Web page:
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The last decade has witnessed a dramatic decline in the presence and influence of legacy news organizations. This decline has led to tremendous growth in news startups, which have attempted to fill the gap left by their legacy counterparts by producing the quality public service journalism upon which the health of U.S. democracy depends. If legacy news organizations, with their existing infrastructure, are failing, can these startups do any better? This question lies at the heart of Journalism Without Profit. Magda Konieczna explores three prominent news nonprofits: the Center for Public Integrity, one of the oldest and largest of its kind; the Wisconsin Center for Investigative Journalism, a university-based watchdog news organization that relies on others to publish its work; and MinnPost, an online news website. Through in-depth study of the practices of each newsroom, Konieczna isolates one common behavior that will contribute to their success: the way these organizations collaborate and share stories. Though this emergent behavior differentiates news nonprofits from the mainstream journalism from which they arose, it also ties the two forms of journalism together, as news nonprofits attempt to share stories with mainstream publications. In other words, the very behavior that may enable these organizations to do better than their mainstream counterparts also limits their ability to evolve much beyond them. In one of the first major books to focus on nonprofit journalism, Konieczna investigates the major questions that will open the field up to further study. Where did nonprofit news come from, and where is it going? Who funds it, and why? Ultimately, Konieczna offers a new way to think about the seismic changes in journalism that are defining the 21st-century.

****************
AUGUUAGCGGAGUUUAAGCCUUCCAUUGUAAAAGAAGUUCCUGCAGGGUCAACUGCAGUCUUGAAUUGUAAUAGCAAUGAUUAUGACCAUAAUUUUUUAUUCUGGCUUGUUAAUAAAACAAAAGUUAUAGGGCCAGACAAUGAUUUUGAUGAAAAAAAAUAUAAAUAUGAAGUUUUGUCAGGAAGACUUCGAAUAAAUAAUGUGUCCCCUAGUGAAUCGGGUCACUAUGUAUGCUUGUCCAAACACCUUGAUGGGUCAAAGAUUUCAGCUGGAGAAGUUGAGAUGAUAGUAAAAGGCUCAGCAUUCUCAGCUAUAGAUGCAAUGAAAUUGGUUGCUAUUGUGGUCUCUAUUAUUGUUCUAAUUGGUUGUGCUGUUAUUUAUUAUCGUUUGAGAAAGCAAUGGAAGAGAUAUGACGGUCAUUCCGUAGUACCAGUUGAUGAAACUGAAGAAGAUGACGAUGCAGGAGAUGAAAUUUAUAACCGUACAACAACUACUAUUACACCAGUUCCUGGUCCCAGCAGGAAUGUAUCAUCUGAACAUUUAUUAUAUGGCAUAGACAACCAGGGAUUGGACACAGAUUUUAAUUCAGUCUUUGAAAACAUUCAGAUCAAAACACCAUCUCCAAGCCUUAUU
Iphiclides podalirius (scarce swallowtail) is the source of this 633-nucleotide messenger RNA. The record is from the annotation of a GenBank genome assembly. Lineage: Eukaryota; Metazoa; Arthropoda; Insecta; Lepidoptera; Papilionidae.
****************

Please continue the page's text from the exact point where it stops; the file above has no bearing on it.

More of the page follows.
Media Environment And The Network Society

Author: A. Anderson
Publisher: Springer
ISBN: 1137314087
Size: 31.22 MB
Format: PDF
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The news media has become a key arena for staging environmental conflicts. Through a range of illuminating examples ranging from climate change to oil spills, Media, Environment and the Network Society provides a timely and far-reaching analysis of the media politics of contemporary environmental debates.